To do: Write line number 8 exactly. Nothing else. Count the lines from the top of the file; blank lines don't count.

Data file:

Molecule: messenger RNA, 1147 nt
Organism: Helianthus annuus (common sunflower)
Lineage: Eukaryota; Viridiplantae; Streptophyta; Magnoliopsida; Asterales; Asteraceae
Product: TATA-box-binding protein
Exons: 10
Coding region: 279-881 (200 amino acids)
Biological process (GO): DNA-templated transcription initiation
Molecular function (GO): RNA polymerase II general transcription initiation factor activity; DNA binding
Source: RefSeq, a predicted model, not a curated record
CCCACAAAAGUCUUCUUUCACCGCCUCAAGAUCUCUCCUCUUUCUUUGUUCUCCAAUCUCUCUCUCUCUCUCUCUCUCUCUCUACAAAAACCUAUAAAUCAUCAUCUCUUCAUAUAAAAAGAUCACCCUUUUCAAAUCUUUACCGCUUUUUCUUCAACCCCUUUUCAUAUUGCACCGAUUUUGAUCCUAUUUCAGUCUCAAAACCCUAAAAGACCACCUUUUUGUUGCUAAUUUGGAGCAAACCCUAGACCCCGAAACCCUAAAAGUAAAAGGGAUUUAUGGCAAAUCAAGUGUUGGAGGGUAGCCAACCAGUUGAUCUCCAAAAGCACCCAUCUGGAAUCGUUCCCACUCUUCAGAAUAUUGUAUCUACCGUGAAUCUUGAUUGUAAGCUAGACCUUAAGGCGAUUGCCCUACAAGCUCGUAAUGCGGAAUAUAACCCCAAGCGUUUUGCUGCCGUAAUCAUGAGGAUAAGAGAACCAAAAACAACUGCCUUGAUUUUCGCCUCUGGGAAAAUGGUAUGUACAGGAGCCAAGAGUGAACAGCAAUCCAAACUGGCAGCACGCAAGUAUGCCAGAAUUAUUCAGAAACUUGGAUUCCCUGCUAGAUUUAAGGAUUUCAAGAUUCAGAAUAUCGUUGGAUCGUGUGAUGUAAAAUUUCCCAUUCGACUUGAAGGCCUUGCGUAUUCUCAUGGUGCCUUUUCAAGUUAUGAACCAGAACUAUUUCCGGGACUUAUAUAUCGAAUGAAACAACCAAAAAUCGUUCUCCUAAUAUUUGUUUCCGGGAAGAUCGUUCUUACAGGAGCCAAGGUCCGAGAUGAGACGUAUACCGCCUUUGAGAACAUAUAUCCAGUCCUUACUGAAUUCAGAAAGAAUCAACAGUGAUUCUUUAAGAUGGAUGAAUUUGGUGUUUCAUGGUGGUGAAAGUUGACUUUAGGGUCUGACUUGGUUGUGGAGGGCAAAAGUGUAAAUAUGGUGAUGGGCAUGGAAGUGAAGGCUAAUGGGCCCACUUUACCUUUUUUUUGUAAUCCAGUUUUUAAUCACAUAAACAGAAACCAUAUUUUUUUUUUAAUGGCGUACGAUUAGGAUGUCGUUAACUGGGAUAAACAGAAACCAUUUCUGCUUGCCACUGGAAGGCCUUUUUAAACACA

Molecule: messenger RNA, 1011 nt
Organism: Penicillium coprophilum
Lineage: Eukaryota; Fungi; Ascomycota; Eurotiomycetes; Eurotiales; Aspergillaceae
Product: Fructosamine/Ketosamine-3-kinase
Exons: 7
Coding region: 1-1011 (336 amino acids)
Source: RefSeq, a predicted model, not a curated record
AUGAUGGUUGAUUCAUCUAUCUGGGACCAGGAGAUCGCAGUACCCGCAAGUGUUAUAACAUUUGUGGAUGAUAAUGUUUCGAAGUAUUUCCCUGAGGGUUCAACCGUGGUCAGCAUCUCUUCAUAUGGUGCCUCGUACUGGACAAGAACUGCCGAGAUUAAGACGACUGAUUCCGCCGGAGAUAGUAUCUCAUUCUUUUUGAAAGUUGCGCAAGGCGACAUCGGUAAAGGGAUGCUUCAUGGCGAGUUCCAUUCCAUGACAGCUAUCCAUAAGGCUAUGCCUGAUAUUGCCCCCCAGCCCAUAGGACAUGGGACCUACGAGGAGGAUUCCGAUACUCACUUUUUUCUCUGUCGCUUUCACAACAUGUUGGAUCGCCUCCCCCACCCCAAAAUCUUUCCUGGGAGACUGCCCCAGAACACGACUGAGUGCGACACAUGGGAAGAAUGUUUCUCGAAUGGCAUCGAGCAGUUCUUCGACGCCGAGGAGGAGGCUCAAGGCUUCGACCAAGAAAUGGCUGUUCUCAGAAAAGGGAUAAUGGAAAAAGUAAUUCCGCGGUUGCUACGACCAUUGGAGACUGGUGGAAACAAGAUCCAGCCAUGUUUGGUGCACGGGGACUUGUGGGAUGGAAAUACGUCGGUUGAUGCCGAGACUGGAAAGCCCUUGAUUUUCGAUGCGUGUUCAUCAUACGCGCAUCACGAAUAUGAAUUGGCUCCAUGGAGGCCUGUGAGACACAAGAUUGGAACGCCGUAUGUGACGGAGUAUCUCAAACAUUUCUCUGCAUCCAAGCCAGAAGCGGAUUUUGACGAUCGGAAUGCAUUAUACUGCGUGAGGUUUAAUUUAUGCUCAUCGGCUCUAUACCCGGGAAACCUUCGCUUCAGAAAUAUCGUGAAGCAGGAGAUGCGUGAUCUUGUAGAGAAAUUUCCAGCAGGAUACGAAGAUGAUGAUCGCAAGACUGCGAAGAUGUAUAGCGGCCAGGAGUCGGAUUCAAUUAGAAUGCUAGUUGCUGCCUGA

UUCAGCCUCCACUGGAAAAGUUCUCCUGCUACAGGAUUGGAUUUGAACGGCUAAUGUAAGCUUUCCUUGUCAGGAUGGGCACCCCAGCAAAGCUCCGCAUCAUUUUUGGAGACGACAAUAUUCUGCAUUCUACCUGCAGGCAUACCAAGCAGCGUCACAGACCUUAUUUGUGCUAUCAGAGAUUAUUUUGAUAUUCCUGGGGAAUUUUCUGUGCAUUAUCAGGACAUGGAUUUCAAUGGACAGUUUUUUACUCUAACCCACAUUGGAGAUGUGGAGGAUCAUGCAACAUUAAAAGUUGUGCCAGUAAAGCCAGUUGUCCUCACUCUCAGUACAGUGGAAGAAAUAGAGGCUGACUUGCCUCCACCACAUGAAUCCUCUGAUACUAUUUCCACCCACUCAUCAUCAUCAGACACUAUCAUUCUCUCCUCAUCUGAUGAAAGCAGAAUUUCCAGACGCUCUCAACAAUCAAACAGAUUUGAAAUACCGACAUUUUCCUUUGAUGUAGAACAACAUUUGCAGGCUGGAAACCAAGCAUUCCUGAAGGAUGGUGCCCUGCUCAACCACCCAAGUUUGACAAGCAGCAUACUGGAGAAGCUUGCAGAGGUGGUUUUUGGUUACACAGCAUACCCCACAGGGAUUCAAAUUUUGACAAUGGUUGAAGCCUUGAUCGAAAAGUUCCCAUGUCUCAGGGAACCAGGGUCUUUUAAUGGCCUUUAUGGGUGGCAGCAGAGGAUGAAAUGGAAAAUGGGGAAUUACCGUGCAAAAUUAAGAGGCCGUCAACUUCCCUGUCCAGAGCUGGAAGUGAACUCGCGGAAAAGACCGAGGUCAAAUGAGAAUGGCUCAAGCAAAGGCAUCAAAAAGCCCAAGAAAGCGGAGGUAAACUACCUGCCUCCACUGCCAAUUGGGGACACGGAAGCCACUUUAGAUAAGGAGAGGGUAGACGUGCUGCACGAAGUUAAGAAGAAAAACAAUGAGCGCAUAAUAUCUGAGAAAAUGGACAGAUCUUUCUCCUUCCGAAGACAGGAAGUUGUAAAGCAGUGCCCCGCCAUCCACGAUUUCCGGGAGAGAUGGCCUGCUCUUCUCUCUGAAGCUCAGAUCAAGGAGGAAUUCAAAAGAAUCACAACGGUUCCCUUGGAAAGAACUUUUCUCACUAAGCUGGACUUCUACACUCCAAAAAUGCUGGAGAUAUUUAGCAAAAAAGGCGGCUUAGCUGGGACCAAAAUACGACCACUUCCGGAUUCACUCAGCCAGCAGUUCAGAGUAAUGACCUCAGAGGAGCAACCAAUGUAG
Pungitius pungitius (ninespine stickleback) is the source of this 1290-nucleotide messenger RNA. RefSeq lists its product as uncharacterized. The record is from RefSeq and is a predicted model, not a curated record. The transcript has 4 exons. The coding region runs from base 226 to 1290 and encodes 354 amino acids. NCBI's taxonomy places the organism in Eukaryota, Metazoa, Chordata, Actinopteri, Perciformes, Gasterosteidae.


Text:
Molecular function (GO): RNA polymerase II general transcription initiation factor activity; DNA binding